If you're trying to figure out what strike prices to use for your options strategies you might want to try using Fibonacci retracement levels.
Fibonacci retracement levels can be used to identify support & resistance levels, breakouts, and reversals
Learn how to use Fibonacci levels to select options strike prices
Sure, option traders can choose their strategies by looking at probability, volatility, and the options greeks. But some traders like to visualize a trade before jumping in.
Looking at price charts has its benefits. First, you get an idea of the overall direction—has price been trending up, down, or sideways? With that info, you can identify potential levels of support and resistance, breakouts, and reversals. Then you can use those points to decide on your options strategies and strike prices.
Let’s walk through one charting approach that might help you make more informed options trading decisions: using Fibonacci (Fib) retracement levels.
Figure 1 displays Fib retracement levels on a chart of the E-Mini S&P futures(/ES), which is trading around $2,810. That’s close to its 50% retracement level at $2,788. Note that the retracement levels between 50% and 61.8% have acted as relatively strong support and resistance levels. Based on that information, /ES could trade within that range, but there’s also a chance it could head lower and go below the 50% retracement level or higher above the 61.8% level.
Say you’re considering selling out-of-the-money (OTM) vertical put spreads. The price needs to remain above the options strike prices if you hope to keep the full premium. So, one idea may be to consider selecting strikes below the next support level, or 38.2% retracement. That could mean giving up some premium, so weigh your risks against potential returns. And consider options with a high probability of being OTM at expiration.
Say you sell to open the put spread position and then /ES moves above the 61.8% retracement level. You could then add a call spread with strikes that are higher than the put spread.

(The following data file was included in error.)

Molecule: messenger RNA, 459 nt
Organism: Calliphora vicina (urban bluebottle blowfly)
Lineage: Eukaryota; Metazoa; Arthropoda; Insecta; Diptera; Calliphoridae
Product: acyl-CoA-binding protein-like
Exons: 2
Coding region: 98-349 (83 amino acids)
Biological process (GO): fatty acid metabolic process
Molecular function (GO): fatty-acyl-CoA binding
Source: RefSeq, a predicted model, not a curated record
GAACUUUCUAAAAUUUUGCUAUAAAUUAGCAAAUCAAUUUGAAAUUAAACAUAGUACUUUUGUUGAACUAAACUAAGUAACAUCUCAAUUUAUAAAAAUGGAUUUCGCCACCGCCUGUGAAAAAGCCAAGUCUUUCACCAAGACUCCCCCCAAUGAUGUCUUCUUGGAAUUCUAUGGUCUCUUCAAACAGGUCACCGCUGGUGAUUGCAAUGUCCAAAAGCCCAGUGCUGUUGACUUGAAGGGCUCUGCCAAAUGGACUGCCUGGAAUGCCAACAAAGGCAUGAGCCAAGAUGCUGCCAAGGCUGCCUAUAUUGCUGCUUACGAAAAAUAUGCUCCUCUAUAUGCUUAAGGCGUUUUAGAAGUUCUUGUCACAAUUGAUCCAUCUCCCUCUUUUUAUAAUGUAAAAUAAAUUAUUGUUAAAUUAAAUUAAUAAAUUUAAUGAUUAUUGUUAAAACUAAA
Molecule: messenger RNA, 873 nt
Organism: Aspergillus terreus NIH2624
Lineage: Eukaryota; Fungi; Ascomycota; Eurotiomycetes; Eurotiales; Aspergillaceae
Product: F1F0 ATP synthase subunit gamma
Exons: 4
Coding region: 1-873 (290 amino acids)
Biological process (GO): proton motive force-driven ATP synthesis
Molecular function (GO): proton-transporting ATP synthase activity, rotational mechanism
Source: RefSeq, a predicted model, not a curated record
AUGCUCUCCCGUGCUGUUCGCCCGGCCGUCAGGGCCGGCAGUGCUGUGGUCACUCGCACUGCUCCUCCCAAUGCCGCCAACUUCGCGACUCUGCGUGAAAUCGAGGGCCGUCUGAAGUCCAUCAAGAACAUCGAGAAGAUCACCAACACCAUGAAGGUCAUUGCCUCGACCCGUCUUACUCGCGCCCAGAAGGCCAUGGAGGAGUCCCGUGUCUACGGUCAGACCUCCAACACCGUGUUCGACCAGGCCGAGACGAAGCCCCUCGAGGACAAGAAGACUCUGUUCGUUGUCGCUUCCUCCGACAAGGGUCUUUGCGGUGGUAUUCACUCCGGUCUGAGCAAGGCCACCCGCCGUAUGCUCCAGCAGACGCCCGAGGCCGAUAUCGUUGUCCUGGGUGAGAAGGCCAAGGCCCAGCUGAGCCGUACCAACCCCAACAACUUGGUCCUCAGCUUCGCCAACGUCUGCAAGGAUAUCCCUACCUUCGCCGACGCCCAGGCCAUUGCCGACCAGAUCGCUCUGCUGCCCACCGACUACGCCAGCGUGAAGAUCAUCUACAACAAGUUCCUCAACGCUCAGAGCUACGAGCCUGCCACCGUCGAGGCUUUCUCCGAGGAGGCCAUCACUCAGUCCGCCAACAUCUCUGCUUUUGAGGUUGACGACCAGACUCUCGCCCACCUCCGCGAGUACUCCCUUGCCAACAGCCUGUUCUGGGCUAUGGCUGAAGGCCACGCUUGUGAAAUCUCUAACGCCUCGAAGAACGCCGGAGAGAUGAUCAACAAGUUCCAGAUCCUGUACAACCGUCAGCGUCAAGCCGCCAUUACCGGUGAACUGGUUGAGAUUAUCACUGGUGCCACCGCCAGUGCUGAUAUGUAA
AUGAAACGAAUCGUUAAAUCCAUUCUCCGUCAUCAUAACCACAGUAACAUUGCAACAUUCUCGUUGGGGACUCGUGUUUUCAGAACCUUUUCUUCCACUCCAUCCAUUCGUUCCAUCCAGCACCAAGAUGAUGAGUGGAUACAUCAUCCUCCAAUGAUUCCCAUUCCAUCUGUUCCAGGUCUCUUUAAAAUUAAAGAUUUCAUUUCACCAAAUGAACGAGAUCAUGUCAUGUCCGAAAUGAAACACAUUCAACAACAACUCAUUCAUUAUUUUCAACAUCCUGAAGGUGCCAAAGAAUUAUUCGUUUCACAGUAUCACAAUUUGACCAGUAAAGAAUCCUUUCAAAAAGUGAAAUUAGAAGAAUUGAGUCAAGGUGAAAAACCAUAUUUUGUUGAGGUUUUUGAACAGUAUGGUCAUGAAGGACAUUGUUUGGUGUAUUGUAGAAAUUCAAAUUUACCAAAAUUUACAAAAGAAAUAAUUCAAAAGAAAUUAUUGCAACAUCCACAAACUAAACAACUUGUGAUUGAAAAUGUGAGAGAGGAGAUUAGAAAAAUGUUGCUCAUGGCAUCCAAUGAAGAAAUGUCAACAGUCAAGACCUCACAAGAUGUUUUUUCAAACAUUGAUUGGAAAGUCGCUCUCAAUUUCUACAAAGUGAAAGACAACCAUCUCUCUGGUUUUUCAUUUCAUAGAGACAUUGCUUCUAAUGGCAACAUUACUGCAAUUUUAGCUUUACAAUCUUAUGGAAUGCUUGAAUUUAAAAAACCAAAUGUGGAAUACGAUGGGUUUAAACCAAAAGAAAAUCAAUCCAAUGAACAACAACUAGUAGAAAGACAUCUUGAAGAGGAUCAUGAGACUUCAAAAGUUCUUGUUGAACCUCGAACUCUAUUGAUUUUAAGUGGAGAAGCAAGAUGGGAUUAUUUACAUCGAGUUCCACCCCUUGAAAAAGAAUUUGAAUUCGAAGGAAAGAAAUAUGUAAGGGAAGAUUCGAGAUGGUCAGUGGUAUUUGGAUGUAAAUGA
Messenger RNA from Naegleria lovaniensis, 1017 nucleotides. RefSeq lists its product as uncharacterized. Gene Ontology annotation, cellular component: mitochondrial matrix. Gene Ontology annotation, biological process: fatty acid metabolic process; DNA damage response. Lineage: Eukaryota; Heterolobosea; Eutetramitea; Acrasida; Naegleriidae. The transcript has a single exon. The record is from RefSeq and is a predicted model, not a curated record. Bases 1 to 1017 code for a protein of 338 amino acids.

From the chart, let’s assume you determine that if /ES trades below the 50% retracement level, then $2,643 could be a possible support level. On thinkorswim, select the Analyze tab, and review the puts with strike prices below that price level.
As an example, for the put spread, you could sell the 2640 put and buy the 2635 put. And if /ES starts to move above the 61.8% retracement level, you could add a call spread with strikes closer to the 78.6% retracement level. You could consider selling the 2950 call and buying the 2955 call. It really depends on which options have a high probability of expiring OTM, and how much credit you receive versus your max loss.
The worst-case scenario? When either the two calls, or the two puts, are in the money (ITM). Remember that both spreads can’t be ITM at the same time. So, you can only lose money on one. In this case, either the calls are above $2,955 or the puts are below $2,635. Your max loss would be the difference in the strikes of the ITM puts or calls, i.e., 100 x $5 = $500, minus any collected premium and transaction costs.
Consider assignment risks too. You’ve got two spreads, and the short options can be assigned at any time.
Charts can be a great starting point for making trading decisions. They offer drawing tools and indicators you can apply to see the bigger picture. From there, narrow things down to specific strategies and strike prices. After that, it’s about how well you manage your trades.
While options trading involves unique risks and is definitely not suitable for everyone, if you believe options trading fits with your risk tolerance and overall investing strategy, TD Ameritrade can help you pursue your options trading strategies with powerful trading platforms, idea generation resources, and the support you need.
Learn more about the potential benefits and risks of trading options.
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